Friday, March 5, 2010

AIG Greece, and Who Next

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As Greece has tottered on the brink of fiscal chaos, threatening to drag much of Europe down with it, Wall Street’s role in the fiasco has drawn well-deserved scorn.

First came the news that Greece had entered into derivatives transactions with Goldman Sachs and other banks to hide its public debt. Then came reports that some of those same banks and various hedge funds were using credit default swaps — the type of derivative that kneecapped the American International Group — to bet on the likelihood of a Greek default and using derivatives to wager on a drop in the euro.

European leaders have called for an inquiry into the Greek crisis. Ben Bernanke, the Federal Reserve chairman, has told Congress that the Fed is “looking into” Wall Street’s deals with Greece, and the Justice Department is investigating the euro bets. That is better than turning a blind eye, but it is not nearly enough.

The bigger problem is in America, where markets are supposed to be fair and transparent. These particular — and particularly complicated — instruments are traded privately among banks, their clients and other investors with virtually no regulation or oversight.

The Obama administration and Congress have been talking for a year about fixing the derivatives market. Big banks have been lobbying to block change. And the longer it takes, the weaker the proposed new rules become.

Here are some of the problems that must be fixed:

NO TRANSPARENCY Derivatives are supposed to reduce and spread risk. In a credit default swap, for instance, a bond investor pays a fee to a counterparty, usually a bank, that agrees to pay the investor if the bond defaults. But because the markets in which they trade are largely unregulated, derivatives can too easily become tools for dangerous risk-taking, vast speculation and dodgy accounting.

A big part of the problem is that derivatives are traded as private one-on-one contracts. That means big profits for banks since clients can’t compare offerings. Private markets also lack the rules that prevail in regulated markets — like capital requirements, record keeping and disclosure — that are essential for regulators and investors to monitor and control risk.

That is why it is so essential to move derivative trades onto fully transparent exchanges. The administration originally embraced that idea, with exceptions only for occasional, unique contracts. But when the Treasury proposed legislation in August, it included huge loopholes, and a derivative reform bill that passed the House in December has many of the same problems. (The Senate has yet to introduce a reform bill.)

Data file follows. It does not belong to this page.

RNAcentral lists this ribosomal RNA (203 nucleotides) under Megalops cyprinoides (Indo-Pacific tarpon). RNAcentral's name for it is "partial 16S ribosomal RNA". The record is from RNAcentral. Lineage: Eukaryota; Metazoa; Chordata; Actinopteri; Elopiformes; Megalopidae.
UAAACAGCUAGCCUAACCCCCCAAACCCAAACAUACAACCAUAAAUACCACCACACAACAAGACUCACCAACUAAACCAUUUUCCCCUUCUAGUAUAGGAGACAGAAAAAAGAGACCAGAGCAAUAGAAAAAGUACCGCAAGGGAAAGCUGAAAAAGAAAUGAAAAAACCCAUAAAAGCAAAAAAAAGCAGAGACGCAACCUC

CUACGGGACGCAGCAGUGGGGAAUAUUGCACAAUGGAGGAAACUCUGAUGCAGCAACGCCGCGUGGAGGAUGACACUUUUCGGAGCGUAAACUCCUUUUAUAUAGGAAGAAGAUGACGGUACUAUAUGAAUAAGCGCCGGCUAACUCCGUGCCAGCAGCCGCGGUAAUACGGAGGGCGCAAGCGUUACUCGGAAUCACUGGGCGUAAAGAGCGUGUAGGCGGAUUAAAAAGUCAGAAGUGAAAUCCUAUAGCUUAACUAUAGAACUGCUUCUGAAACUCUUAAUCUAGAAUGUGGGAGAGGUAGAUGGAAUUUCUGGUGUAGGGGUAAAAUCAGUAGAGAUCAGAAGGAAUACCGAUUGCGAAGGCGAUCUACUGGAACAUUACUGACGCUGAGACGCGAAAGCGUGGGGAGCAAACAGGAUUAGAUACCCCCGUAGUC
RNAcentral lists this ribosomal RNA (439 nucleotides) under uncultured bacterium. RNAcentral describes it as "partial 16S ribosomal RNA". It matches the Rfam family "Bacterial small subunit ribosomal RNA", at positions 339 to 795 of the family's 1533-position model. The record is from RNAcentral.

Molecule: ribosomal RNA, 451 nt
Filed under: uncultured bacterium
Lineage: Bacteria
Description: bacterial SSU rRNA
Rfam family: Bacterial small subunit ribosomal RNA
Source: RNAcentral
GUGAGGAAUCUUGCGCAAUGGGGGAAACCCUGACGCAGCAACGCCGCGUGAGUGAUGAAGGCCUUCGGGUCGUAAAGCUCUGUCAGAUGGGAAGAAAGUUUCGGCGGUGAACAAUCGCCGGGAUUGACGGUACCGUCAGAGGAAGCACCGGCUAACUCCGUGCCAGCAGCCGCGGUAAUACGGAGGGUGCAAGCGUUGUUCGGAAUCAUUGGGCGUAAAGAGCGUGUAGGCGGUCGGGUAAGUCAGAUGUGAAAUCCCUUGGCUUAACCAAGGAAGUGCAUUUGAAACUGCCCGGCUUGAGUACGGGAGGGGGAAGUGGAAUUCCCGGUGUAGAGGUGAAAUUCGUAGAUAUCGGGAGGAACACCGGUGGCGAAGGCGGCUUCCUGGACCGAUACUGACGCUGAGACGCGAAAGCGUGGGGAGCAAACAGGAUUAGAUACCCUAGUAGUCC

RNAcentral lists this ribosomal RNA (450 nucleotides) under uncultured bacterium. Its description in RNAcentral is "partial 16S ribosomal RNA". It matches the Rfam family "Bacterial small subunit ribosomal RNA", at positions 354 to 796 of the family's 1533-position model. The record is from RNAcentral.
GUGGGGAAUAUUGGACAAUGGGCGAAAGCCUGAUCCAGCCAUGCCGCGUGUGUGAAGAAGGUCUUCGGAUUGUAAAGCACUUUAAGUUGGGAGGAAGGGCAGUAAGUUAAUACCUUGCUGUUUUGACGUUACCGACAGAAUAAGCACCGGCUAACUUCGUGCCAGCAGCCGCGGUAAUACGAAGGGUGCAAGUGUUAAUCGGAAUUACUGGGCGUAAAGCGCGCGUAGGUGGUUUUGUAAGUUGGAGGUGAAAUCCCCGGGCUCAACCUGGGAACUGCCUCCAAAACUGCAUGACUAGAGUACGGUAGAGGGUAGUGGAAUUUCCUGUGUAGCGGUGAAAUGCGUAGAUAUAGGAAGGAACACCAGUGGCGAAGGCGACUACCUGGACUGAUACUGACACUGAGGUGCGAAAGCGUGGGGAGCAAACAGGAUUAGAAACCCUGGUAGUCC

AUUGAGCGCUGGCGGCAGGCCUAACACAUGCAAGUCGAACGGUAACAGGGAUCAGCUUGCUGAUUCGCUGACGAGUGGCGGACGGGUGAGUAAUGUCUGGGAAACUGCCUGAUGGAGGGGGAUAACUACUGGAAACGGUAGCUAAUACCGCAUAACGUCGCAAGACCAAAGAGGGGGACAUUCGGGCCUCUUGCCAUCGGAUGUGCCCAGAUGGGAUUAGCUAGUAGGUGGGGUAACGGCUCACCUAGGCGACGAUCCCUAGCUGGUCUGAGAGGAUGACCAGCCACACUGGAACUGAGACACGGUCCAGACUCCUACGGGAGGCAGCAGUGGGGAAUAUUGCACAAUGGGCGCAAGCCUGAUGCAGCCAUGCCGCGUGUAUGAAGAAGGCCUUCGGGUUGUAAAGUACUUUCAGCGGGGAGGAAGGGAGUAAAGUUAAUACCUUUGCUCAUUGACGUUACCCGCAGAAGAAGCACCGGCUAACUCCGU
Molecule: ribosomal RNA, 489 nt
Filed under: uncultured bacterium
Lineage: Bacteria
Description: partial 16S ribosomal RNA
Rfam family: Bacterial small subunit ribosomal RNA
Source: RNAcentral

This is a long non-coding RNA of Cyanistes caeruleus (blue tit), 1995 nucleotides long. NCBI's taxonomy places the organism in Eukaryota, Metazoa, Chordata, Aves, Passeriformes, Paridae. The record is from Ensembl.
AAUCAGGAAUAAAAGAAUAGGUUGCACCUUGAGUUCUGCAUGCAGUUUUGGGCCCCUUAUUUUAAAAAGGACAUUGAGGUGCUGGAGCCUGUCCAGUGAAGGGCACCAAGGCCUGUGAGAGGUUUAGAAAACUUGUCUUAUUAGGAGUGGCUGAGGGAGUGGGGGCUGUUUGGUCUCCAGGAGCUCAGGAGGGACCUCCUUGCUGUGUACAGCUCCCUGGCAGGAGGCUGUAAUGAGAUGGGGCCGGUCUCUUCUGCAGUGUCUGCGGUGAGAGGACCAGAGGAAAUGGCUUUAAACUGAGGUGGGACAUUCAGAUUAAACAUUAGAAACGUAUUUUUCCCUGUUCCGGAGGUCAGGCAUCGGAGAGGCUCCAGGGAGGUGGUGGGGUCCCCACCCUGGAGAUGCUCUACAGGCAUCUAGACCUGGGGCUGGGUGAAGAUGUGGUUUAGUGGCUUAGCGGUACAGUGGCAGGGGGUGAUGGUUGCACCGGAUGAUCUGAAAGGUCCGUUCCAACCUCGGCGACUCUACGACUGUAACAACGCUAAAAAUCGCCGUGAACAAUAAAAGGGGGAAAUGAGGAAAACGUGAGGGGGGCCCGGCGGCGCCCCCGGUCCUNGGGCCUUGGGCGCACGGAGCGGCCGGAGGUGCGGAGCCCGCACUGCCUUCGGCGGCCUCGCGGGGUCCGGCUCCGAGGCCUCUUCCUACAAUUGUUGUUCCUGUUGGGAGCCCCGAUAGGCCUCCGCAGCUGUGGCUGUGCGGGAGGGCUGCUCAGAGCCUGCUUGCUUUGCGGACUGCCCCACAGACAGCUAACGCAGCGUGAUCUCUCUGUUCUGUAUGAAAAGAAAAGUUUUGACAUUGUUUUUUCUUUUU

Both the administration and the House would exclude from exchange trading the estimated $50 trillion market in foreign exchange swaps — similar to the derivatives Greece used to hide its debt. The rationale for the exclusion never has been clearly explained.

The Treasury proposal and House bill also would exclude transactions that occur between big banks and many of their corporate clients from the exchange trading requirement, ostensibly because those deals are only for minimizing business risks, not for speculation or for window-dressing the books. That’s debatable. But even if true, other derivatives users would almost inevitably find ways to exploit such a broad exemption.

What is clear about the exemptions is that they would help to preserve banks’ profits. What is also clear is that they would defeat the goals of reform: to lower risk, increase transparency and foster efficiency.

LIMITED POWER TO STOP ABUSES When the House put out a draft of new rules in October, it sensibly gave regulators the power to ban abusive derivatives — ones that are not necessarily fraudulent, but potentially damaging to the system. Derivatives investors who stand to make huge profits if a company or country defaults, for example, might try to provoke default — a situation that regulators should be able to prevent. In the final House bill, however, the ban was replaced with a requirement that regulators simply report to Congress if they believe abuses are occurring.

NO STATE REGULATION, EITHER Current law also exempts unregulated derivatives from state antigambling laws. That means that states have no power to police their use for excessive speculation. Treasury and House reform proposals have called for maintaining the federal pre-emption of state antigambling laws. Pre-emption could be tolerable if derivatives were traded on fully regulated exchanges. But as long as many derivative products and transactions are exempted from fully regulated exchange trading, pre-emption of state antigambling laws is a license for, well, gambling.

The big banks claim that derivatives are used to hedge risk, not for excessive speculation. The best way to monitor that claim is to execute the transactions on fully regulated exchanges, pass rules and laws to ensure stability, and appoint and empower regulators with independence and good judgment to enforce compliance.

Without effective reform, the derivative-driven financial crisis in the United States that exploded in 2008, and the Greek debt crisis, circa 2010, will be mere way stations on the road to greater calamities.

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